Why Vegetables Are the New Meat

With dishes like these, even the most carnivorous eaters will salivate.

There’s a new breed of eaters out there in the world of gastronomy. You may see them chowing down on a Portobello burger. Or licking their fingers clean after some barbecue parsnip ribs. Or even diving into a Maitake mushroom cheesesteak "wit." Who are they?

They’re vegivores.

Restaurateurs, chefs and diners are all digesting the concept that, despite their bad reputation during our childhoods, vegetables -- especially fresh, grown-with-care ones -- actually do taste great. Innovative chefs are preparing meatless meals based on the seasonality of vegetables, serving up dishes that are not only lower in calories and cholesterol than meaty meals, but also don’t compromise flavor. Whether you’re a die-hard vegan or just someone looking to cut back on red meat, there is a lot of delicious meatless inspiration out there.

From coast to coast, these dishes may just turn you into a vegivore, too:

East Coast: Cauliflower and Waffles - Dirt Candy in New York, New York

Nothing beats comfort food. There’s just something about fried anything that can make a bad day good, and a good day fantastic. Dirt Candy appreciates this food fact, and has since created the ultimate southern comfort food dish using vegetables (AKA “dirt candy”) as the star. Featured in New York Magazine, this fluffy waffle is topped with “buttermilk-battered florets and a pool of horseradish cream.”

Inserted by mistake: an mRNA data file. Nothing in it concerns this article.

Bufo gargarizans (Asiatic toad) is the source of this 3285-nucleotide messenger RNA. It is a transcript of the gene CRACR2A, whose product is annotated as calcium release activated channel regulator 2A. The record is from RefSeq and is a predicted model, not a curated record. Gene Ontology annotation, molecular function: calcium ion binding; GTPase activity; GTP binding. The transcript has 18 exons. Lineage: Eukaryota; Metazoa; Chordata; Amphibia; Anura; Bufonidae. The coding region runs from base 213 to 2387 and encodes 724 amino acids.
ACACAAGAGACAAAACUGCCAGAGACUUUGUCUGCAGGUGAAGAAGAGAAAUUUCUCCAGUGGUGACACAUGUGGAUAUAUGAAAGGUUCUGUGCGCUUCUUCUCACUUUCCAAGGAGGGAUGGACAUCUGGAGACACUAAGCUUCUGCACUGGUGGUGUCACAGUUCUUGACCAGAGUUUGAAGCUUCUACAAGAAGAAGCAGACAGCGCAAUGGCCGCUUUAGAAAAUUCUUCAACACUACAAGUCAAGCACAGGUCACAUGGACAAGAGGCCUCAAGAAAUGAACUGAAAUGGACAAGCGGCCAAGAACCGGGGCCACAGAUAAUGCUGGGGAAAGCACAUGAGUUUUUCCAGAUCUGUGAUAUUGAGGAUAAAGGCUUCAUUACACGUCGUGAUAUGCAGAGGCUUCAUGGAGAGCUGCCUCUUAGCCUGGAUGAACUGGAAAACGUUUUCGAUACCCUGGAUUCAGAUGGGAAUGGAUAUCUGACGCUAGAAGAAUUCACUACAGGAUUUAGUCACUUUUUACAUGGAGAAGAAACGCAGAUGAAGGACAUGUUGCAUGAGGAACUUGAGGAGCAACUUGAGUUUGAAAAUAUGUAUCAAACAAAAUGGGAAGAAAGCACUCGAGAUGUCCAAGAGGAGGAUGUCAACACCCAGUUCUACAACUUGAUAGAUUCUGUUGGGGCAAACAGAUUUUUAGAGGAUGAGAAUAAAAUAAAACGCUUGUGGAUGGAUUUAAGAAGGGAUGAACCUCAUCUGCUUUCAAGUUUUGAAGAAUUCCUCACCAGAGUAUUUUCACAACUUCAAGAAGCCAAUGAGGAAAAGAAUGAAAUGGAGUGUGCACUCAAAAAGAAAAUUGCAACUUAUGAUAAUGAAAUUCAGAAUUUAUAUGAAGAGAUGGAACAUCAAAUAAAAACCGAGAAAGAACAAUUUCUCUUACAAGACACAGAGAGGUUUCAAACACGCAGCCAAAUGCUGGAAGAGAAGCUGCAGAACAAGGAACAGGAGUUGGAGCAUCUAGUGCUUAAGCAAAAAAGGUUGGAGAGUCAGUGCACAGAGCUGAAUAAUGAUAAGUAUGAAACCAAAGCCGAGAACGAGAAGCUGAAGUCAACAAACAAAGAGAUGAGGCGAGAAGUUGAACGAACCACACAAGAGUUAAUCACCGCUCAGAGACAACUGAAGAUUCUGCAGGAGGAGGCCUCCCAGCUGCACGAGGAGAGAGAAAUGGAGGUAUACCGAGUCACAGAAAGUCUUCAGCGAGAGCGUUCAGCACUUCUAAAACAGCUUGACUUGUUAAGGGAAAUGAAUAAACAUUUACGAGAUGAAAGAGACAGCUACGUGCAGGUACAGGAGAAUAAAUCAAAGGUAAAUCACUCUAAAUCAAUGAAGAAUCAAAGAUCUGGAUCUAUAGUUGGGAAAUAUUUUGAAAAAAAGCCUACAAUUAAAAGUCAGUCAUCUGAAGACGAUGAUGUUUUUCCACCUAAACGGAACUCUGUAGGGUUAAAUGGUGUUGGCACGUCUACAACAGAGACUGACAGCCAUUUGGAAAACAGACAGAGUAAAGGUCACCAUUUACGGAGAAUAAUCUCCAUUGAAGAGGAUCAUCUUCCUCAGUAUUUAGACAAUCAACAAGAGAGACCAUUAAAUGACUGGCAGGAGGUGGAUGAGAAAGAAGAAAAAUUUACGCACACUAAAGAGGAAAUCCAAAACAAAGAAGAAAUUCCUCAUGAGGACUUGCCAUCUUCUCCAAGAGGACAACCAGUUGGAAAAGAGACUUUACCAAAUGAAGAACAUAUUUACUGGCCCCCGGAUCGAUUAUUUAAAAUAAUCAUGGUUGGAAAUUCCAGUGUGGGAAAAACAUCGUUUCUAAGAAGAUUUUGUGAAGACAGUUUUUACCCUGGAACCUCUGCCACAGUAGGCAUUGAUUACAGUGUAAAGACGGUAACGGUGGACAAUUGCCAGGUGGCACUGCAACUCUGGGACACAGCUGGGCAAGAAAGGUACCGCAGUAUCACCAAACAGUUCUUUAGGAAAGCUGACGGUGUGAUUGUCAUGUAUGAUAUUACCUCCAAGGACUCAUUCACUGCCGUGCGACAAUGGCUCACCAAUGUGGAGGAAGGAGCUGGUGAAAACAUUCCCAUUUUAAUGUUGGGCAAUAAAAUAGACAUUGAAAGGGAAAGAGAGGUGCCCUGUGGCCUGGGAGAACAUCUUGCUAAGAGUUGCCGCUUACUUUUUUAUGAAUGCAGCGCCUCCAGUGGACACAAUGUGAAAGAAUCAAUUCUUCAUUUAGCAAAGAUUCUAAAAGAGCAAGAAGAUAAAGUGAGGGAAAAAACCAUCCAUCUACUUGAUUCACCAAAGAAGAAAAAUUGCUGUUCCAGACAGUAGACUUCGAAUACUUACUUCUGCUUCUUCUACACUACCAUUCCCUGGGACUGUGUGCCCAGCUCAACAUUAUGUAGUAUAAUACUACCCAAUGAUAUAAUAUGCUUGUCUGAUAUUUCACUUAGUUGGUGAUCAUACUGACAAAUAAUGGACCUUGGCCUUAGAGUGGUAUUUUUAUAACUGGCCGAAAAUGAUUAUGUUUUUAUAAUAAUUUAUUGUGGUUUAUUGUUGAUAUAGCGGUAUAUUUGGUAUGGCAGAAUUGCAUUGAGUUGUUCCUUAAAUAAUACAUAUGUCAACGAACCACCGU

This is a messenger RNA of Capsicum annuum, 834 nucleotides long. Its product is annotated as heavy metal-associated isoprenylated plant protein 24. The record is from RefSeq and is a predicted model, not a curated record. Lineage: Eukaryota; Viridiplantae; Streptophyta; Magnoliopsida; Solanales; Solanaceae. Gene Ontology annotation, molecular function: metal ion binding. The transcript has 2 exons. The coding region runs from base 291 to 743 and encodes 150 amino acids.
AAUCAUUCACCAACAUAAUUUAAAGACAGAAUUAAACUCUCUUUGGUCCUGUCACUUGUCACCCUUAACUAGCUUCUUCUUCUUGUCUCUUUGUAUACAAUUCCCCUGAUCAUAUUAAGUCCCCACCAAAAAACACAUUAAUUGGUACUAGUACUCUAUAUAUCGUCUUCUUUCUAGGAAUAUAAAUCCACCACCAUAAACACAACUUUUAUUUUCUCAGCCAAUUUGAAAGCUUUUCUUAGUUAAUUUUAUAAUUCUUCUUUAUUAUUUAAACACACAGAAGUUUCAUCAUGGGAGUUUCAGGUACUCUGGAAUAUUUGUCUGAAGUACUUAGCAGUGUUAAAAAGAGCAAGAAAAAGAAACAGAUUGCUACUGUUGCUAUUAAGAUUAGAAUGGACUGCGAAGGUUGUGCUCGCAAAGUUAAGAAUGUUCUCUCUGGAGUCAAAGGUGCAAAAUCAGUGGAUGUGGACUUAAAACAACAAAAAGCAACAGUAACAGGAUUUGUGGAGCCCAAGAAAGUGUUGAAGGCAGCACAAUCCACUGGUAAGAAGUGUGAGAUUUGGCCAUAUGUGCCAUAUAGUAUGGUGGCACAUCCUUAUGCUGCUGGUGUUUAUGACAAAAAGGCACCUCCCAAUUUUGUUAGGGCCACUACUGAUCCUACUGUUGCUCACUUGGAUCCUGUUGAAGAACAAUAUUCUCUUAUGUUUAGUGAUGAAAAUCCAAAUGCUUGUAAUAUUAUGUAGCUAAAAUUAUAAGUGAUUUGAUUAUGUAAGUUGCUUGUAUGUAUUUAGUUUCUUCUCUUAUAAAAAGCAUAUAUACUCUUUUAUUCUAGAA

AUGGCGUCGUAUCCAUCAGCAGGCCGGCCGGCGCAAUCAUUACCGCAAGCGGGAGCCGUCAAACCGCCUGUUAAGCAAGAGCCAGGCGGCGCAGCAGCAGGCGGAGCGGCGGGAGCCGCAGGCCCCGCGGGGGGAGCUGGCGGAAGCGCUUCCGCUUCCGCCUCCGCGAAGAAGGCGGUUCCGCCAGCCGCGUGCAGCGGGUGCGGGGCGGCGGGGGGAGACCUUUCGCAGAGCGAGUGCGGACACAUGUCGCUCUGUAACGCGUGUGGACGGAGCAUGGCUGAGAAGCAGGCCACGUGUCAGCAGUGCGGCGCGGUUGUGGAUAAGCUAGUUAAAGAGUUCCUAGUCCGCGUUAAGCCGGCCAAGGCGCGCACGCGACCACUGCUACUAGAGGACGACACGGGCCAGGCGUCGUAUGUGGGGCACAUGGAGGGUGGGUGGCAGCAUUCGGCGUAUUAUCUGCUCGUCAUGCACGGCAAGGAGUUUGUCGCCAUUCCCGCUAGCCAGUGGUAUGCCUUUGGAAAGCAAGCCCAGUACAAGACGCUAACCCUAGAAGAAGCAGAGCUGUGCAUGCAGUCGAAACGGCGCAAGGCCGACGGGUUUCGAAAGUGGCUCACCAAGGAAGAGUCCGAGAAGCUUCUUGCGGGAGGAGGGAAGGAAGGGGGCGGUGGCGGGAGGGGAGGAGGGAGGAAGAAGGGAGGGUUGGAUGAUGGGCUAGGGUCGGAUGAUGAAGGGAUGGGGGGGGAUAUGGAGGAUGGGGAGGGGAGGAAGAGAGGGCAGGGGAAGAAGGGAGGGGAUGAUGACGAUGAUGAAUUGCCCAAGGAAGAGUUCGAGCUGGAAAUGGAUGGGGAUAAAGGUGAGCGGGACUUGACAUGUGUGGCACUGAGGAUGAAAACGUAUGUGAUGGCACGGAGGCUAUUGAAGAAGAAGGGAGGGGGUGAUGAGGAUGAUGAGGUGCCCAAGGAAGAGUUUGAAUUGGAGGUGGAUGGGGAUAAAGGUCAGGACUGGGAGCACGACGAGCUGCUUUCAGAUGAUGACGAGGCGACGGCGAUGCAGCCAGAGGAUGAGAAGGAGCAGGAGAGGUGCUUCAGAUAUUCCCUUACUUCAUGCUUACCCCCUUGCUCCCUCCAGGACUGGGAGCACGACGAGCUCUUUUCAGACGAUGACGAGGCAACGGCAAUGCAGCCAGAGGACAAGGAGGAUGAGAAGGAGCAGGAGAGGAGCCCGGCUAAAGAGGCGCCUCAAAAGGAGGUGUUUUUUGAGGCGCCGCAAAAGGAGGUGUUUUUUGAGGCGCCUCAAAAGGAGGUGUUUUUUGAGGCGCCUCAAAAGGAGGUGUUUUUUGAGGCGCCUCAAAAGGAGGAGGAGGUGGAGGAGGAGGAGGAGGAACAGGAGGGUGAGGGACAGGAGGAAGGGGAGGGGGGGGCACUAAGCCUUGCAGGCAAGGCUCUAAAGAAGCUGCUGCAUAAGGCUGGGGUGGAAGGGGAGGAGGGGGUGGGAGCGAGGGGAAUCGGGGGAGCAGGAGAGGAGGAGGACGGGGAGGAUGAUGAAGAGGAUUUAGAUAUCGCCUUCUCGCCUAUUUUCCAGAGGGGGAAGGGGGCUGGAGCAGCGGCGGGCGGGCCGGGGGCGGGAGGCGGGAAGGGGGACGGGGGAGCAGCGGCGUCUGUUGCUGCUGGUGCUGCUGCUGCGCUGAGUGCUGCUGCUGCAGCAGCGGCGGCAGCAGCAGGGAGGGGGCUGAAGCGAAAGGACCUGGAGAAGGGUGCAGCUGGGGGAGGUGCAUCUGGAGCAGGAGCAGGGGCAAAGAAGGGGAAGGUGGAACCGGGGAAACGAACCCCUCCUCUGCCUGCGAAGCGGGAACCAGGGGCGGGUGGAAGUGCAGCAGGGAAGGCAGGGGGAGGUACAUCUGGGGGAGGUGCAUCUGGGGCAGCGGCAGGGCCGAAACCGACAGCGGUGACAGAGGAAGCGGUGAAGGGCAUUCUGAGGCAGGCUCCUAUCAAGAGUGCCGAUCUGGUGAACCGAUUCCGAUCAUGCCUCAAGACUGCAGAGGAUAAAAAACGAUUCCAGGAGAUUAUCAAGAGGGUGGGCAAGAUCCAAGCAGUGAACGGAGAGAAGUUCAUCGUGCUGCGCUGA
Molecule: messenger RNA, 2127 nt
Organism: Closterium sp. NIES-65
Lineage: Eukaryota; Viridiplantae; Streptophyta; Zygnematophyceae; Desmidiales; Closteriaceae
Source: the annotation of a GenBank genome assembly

West Coast: Artichoke “Oysters” - Crossroads Kitchen in Los Angeles, California

Pioneer of the Raw Food Movement and birthplace of the California Roll, Los Angeles has always been a hot spot for food trends. It’s no wonder, then, that the city is home to several innovative restaurants that are making vegetables more than just a side dish. At Crossroads Kitchen, expect to find everything from “crab cakes” and “calamari” made with hearts of palm, to this unexpected dish: artichoke “oysters.” Made with artichoke puree, crispy oyster mushrooms, yellow tomato béarnaise and kelp caviar, this decadent dish is 100% vegetarian.

South: Tomato Basil Dog - Arlo’s Truck in Austin, Texas

Gourmet food trucks are sweeping the nation, upping the ante on your next lunch or late-night snack. Arlo’s Truck in Austin, Texas is hoping to make vegetarian fare more appealing to a southern appetite with menu items like soy BBQ burgers and street tacos with veggie crumbles. But the most innovative item here seems to be the Tomato Basil Dog, a vegetarian take on an all-American staple. Served with grilled slaw and spicy chipotle sauce, this meat-free tube proves that veggies don’t need to be prepared in upscale restaurants to take center stage in your meal.

Midwest: Roasted Cauliflower "Steak" - Boka in Chicago, Illinois

Without showing vegetable favoritism, it would be tough to consider a veggies-in-place-of-meat article without featuring multiple cauliflower dishes. The roasted cauliflower at this Chicago hot spot is more of a steak than a cauliflower; grilled and served with quinoa, grapes, pine nuts, and chili, this cauliflower is a “meaty” favorite at Boka.

Best in the summer and autumn, cauliflower is a great vegetable to try featuring in your next dinner at home. Searing cauliflower follows a similar protocol to meat: season with a little salt and pepper and heat in a hot skillet until golden brown. This recipe from Food52 suggests also baking your cauliflower steak to add tenderness, and using an Electrolux induction free-standing range makes it easy to transfer from stovetop to oven.